SEOUL -- South Korea's exports will decline by 6.4% if a trade war between the U.S. and China escalates, said a Seoul-based institute which recommended that corporations diversify geographically and the government prevents protectionist measures from widening.
The Institute for International Trade, a research branch of the Korea International Trade Association, estimated that the country's exports will fall by $36.7 billion this year, if the U.S., China and the EU hike their tariffs by 10%.
"We forecast our exporters, who rely heavily on the G2, will face damage as trade conflicts between the two countries are inevitable, caused by the U.S. sanctions on Chinese imports and China's retaliations against them," said Senior Researcher Moon Byung-ki in a report, referring to the Group of Two countries, the U.S. and China.
The report comes after U.S. President Donald Trump told the U.S. Trade Representative last week to determine if additional imports on $100 billion worth of Chinese products would be appropriate. This was in addition to his initial proposal of 25% tariffs on 1,300 Chinese goods valued at $50 billion last month.
Earlier this month, China retaliated by announcing plans to impose 25% tariffs on $50 billion worth of U.S. exports. The 106 affected products will include soybeans and chemicals, targeting rural states which are split in their support for Trump's Republican Party and the Democratic Party. The hikes could affect the way the votes swing in the midterm elections in November.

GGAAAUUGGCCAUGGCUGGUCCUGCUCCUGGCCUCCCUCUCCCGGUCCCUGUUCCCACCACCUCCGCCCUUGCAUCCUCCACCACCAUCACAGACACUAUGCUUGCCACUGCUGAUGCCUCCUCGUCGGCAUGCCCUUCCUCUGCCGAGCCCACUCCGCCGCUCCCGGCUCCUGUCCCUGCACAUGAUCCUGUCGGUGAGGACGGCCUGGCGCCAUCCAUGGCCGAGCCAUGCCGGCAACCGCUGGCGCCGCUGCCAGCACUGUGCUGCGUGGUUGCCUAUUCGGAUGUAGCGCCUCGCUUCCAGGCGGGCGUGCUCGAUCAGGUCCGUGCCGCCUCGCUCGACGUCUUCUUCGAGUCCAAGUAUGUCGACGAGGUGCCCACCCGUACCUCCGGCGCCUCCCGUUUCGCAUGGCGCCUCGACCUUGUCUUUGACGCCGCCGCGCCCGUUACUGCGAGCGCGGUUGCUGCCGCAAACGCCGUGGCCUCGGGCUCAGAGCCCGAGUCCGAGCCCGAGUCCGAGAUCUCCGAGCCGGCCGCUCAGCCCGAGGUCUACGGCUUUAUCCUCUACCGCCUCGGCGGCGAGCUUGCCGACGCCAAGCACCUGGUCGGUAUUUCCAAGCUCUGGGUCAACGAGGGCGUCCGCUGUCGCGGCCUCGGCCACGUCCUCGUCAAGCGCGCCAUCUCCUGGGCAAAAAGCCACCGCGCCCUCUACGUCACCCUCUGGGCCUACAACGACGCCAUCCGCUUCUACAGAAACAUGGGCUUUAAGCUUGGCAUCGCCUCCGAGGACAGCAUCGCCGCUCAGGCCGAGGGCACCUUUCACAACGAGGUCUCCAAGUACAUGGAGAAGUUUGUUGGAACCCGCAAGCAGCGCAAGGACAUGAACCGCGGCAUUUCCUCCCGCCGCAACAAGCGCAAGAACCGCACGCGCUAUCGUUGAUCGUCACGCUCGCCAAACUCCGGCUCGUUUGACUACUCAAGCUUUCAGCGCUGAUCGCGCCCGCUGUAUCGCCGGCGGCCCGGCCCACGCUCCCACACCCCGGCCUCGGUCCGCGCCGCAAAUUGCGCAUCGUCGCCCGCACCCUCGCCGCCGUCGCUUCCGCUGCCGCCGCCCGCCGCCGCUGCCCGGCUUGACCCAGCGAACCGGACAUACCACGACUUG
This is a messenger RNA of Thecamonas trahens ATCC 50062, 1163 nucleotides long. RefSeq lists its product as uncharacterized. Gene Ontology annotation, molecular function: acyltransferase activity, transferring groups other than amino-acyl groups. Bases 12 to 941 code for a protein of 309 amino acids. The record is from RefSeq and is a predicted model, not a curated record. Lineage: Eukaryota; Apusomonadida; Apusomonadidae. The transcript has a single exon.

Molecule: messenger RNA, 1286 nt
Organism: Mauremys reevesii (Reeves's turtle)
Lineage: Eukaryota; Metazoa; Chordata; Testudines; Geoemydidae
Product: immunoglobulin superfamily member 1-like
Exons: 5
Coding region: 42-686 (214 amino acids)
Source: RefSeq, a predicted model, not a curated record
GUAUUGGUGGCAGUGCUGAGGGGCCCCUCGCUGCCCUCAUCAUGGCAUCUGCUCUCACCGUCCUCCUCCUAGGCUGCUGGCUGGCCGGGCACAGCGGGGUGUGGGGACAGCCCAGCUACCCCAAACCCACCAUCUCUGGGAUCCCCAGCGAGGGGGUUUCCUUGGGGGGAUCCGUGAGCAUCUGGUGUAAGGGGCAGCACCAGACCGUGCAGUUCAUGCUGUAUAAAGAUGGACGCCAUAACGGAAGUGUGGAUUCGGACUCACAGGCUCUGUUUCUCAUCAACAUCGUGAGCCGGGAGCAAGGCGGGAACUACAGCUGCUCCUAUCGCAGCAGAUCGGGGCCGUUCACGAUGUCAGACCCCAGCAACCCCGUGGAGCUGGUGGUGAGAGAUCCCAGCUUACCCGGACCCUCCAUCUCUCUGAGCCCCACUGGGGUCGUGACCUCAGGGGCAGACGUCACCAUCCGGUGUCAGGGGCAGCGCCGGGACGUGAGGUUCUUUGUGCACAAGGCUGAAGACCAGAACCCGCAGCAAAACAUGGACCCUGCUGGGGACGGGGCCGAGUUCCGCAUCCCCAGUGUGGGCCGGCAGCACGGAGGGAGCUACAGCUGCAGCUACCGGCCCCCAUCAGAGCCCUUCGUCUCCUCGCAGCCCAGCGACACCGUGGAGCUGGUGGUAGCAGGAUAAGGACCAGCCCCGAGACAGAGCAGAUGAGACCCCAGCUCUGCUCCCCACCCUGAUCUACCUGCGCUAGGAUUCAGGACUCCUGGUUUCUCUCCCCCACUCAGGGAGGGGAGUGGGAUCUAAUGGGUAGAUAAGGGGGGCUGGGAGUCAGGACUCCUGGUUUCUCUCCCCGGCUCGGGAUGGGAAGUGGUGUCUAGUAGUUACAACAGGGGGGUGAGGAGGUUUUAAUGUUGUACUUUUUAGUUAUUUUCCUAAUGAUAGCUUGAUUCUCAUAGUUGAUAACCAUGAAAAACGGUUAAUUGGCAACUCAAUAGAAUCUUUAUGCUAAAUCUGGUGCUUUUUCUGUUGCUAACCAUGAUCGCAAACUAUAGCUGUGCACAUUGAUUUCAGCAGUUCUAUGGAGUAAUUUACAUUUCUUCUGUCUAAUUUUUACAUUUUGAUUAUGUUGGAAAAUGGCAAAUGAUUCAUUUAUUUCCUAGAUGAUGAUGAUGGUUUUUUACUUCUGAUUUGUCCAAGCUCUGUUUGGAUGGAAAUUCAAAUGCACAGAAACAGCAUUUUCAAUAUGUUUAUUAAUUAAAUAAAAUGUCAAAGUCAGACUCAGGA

The IIT report said that if the U.S. and China come to a compromise and agree on expanding Chinese imports of U.S. semiconductors, South Korean chip exports will also be hit. The country is home to two key memory chipmakers in the world -- Samsung Electronics and SK Hynix.
"South Korea's semiconductor exports to China are expected to drop $4 billion, or 0.7% of its total exports annually, if China expands imports of U.S. chips," said Moon.
South Korea exported semiconductors worth $65.5 billion to China last year, accounting for 25.3% of the market while those of the U.S. reached $10.5 billion, representing a 4% share. In particular, South Korea was the largest exporter of memory chips that account for more than half of the import market in China.